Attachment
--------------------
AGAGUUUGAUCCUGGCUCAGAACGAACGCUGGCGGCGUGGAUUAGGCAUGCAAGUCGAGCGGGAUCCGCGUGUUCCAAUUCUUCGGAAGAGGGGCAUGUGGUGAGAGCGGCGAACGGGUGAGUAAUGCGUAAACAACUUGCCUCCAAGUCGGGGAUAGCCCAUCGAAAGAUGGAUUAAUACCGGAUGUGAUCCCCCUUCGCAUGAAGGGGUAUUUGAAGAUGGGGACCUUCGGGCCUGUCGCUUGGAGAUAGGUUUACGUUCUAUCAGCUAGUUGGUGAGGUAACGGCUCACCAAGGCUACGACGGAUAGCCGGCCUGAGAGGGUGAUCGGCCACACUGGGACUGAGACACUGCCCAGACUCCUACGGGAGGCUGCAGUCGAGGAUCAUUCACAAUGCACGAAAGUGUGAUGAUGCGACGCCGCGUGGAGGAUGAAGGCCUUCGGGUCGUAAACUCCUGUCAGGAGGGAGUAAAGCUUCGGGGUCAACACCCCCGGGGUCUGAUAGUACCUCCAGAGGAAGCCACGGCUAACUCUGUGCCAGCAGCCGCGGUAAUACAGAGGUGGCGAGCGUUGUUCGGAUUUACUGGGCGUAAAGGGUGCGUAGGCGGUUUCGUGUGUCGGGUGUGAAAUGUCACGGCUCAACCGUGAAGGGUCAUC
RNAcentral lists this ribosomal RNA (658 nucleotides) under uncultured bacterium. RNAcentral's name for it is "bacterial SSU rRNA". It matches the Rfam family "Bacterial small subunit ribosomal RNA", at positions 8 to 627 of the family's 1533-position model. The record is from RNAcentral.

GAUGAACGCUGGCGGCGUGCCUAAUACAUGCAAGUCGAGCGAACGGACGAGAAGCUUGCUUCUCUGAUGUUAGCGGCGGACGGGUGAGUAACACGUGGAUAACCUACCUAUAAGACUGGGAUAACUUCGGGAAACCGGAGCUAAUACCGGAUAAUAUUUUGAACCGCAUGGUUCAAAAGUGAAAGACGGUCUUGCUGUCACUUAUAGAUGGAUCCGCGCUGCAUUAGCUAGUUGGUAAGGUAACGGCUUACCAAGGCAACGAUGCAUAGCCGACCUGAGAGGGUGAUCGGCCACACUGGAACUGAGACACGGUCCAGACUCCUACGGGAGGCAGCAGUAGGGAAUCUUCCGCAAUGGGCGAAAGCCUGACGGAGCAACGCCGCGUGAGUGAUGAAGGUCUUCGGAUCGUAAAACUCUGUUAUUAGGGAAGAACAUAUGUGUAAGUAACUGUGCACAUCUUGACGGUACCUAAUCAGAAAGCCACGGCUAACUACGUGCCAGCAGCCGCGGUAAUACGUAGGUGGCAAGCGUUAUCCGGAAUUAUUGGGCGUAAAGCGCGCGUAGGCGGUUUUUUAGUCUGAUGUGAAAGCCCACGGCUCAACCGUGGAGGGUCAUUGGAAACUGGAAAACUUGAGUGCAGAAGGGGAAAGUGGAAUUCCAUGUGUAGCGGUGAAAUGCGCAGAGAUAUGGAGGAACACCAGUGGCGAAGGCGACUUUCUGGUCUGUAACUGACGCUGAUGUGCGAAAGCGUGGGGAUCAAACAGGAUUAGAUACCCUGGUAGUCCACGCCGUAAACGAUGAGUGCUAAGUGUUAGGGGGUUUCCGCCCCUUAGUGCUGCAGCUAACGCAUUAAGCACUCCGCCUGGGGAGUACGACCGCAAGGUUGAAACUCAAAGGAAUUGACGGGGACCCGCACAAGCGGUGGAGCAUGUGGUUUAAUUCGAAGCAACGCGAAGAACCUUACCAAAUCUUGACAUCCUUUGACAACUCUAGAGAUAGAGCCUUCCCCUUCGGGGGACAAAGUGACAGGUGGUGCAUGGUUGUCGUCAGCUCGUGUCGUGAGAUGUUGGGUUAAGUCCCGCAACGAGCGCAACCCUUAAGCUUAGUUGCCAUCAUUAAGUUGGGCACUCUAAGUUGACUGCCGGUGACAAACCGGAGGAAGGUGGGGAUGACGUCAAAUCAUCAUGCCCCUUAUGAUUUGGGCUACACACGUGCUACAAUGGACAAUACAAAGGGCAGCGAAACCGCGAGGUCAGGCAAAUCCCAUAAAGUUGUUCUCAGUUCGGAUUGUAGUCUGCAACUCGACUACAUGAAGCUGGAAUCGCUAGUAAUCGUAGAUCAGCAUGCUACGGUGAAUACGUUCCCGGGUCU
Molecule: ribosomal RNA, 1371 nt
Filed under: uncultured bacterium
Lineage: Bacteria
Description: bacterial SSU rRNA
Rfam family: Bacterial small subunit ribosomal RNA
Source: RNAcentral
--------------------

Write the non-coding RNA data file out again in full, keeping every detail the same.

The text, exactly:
AGAGUUUGAUCCUGGCUCAGAACGAACGCUGGCGGCGUGGAUUAGGCAUGCAAGUCGAGCGGGAUCCGCGUGUUCCAAUUCUUCGGAAGAGGGGCAUGUGGUGAGAGCGGCGAACGGGUGAGUAAUGCGUAAACAACUUGCCUCCAAGUCGGGGAUAGCCCAUCGAAAGAUGGAUUAAUACCGGAUGUGAUCCCCCUUCGCAUGAAGGGGUAUUUGAAGAUGGGGACCUUCGGGCCUGUCGCUUGGAGAUAGGUUUACGUUCUAUCAGCUAGUUGGUGAGGUAACGGCUCACCAAGGCUACGACGGAUAGCCGGCCUGAGAGGGUGAUCGGCCACACUGGGACUGAGACACUGCCCAGACUCCUACGGGAGGCUGCAGUCGAGGAUCAUUCACAAUGCACGAAAGUGUGAUGAUGCGACGCCGCGUGGAGGAUGAAGGCCUUCGGGUCGUAAACUCCUGUCAGGAGGGAGUAAAGCUUCGGGGUCAACACCCCCGGGGUCUGAUAGUACCUCCAGAGGAAGCCACGGCUAACUCUGUGCCAGCAGCCGCGGUAAUACAGAGGUGGCGAGCGUUGUUCGGAUUUACUGGGCGUAAAGGGUGCGUAGGCGGUUUCGUGUGUCGGGUGUGAAAUGUCACGGCUCAACCGUGAAGGGUCAUC
RNAcentral lists this ribosomal RNA (658 nucleotides) under uncultured bacterium. RNAcentral's name for it is "bacterial SSU rRNA". It matches the Rfam family "Bacterial small subunit ribosomal RNA", at positions 8 to 627 of the family's 1533-position model. The record is from RNAcentral.

GAUGAACGCUGGCGGCGUGCCUAAUACAUGCAAGUCGAGCGAACGGACGAGAAGCUUGCUUCUCUGAUGUUAGCGGCGGACGGGUGAGUAACACGUGGAUAACCUACCUAUAAGACUGGGAUAACUUCGGGAAACCGGAGCUAAUACCGGAUAAUAUUUUGAACCGCAUGGUUCAAAAGUGAAAGACGGUCUUGCUGUCACUUAUAGAUGGAUCCGCGCUGCAUUAGCUAGUUGGUAAGGUAACGGCUUACCAAGGCAACGAUGCAUAGCCGACCUGAGAGGGUGAUCGGCCACACUGGAACUGAGACACGGUCCAGACUCCUACGGGAGGCAGCAGUAGGGAAUCUUCCGCAAUGGGCGAAAGCCUGACGGAGCAACGCCGCGUGAGUGAUGAAGGUCUUCGGAUCGUAAAACUCUGUUAUUAGGGAAGAACAUAUGUGUAAGUAACUGUGCACAUCUUGACGGUACCUAAUCAGAAAGCCACGGCUAACUACGUGCCAGCAGCCGCGGUAAUACGUAGGUGGCAAGCGUUAUCCGGAAUUAUUGGGCGUAAAGCGCGCGUAGGCGGUUUUUUAGUCUGAUGUGAAAGCCCACGGCUCAACCGUGGAGGGUCAUUGGAAACUGGAAAACUUGAGUGCAGAAGGGGAAAGUGGAAUUCCAUGUGUAGCGGUGAAAUGCGCAGAGAUAUGGAGGAACACCAGUGGCGAAGGCGACUUUCUGGUCUGUAACUGACGCUGAUGUGCGAAAGCGUGGGGAUCAAACAGGAUUAGAUACCCUGGUAGUCCACGCCGUAAACGAUGAGUGCUAAGUGUUAGGGGGUUUCCGCCCCUUAGUGCUGCAGCUAACGCAUUAAGCACUCCGCCUGGGGAGUACGACCGCAAGGUUGAAACUCAAAGGAAUUGACGGGGACCCGCACAAGCGGUGGAGCAUGUGGUUUAAUUCGAAGCAACGCGAAGAACCUUACCAAAUCUUGACAUCCUUUGACAACUCUAGAGAUAGAGCCUUCCCCUUCGGGGGACAAAGUGACAGGUGGUGCAUGGUUGUCGUCAGCUCGUGUCGUGAGAUGUUGGGUUAAGUCCCGCAACGAGCGCAACCCUUAAGCUUAGUUGCCAUCAUUAAGUUGGGCACUCUAAGUUGACUGCCGGUGACAAACCGGAGGAAGGUGGGGAUGACGUCAAAUCAUCAUGCCCCUUAUGAUUUGGGCUACACACGUGCUACAAUGGACAAUACAAAGGGCAGCGAAACCGCGAGGUCAGGCAAAUCCCAUAAAGUUGUUCUCAGUUCGGAUUGUAGUCUGCAACUCGACUACAUGAAGCUGGAAUCGCUAGUAAUCGUAGAUCAGCAUGCUACGGUGAAUACGUUCCCGGGUCU
Molecule: ribosomal RNA, 1371 nt
Filed under: uncultured bacterium
Lineage: Bacteria
Description: bacterial SSU rRNA
Rfam family: Bacterial small subunit ribosomal RNA
Source: RNAcentral